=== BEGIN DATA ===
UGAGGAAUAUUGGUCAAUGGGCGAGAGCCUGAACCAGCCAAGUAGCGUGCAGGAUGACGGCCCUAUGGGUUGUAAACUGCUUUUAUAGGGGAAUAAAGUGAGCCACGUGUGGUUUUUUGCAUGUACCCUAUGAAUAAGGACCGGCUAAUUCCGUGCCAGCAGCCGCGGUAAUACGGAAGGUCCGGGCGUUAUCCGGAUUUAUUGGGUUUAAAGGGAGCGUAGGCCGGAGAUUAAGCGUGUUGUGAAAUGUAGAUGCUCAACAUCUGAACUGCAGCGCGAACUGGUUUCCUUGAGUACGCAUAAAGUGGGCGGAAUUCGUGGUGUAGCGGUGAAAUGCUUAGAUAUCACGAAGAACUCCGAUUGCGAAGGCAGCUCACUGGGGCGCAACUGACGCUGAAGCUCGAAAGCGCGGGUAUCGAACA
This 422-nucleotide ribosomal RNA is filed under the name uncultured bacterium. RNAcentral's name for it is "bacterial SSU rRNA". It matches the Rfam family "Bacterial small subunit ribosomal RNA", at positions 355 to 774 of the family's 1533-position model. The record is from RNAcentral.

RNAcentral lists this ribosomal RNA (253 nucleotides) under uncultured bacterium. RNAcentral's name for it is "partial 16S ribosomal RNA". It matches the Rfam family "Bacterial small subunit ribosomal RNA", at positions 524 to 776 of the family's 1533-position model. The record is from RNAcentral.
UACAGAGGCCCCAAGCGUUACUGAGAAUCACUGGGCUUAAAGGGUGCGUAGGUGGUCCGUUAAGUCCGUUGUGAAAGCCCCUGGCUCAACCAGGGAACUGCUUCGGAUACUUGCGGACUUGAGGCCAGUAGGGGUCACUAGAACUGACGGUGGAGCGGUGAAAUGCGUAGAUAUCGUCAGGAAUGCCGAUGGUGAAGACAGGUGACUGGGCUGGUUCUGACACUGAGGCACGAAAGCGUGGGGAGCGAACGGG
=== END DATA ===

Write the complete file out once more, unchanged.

UGAGGAAUAUUGGUCAAUGGGCGAGAGCCUGAACCAGCCAAGUAGCGUGCAGGAUGACGGCCCUAUGGGUUGUAAACUGCUUUUAUAGGGGAAUAAAGUGAGCCACGUGUGGUUUUUUGCAUGUACCCUAUGAAUAAGGACCGGCUAAUUCCGUGCCAGCAGCCGCGGUAAUACGGAAGGUCCGGGCGUUAUCCGGAUUUAUUGGGUUUAAAGGGAGCGUAGGCCGGAGAUUAAGCGUGUUGUGAAAUGUAGAUGCUCAACAUCUGAACUGCAGCGCGAACUGGUUUCCUUGAGUACGCAUAAAGUGGGCGGAAUUCGUGGUGUAGCGGUGAAAUGCUUAGAUAUCACGAAGAACUCCGAUUGCGAAGGCAGCUCACUGGGGCGCAACUGACGCUGAAGCUCGAAAGCGCGGGUAUCGAACA
This 422-nucleotide ribosomal RNA is filed under the name uncultured bacterium. RNAcentral's name for it is "bacterial SSU rRNA". It matches the Rfam family "Bacterial small subunit ribosomal RNA", at positions 355 to 774 of the family's 1533-position model. The record is from RNAcentral.

RNAcentral lists this ribosomal RNA (253 nucleotides) under uncultured bacterium. RNAcentral's name for it is "partial 16S ribosomal RNA". It matches the Rfam family "Bacterial small subunit ribosomal RNA", at positions 524 to 776 of the family's 1533-position model. The record is from RNAcentral.
UACAGAGGCCCCAAGCGUUACUGAGAAUCACUGGGCUUAAAGGGUGCGUAGGUGGUCCGUUAAGUCCGUUGUGAAAGCCCCUGGCUCAACCAGGGAACUGCUUCGGAUACUUGCGGACUUGAGGCCAGUAGGGGUCACUAGAACUGACGGUGGAGCGGUGAAAUGCGUAGAUAUCGUCAGGAAUGCCGAUGGUGAAGACAGGUGACUGGGCUGGUUCUGACACUGAGGCACGAAAGCGUGGGGAGCGAACGGG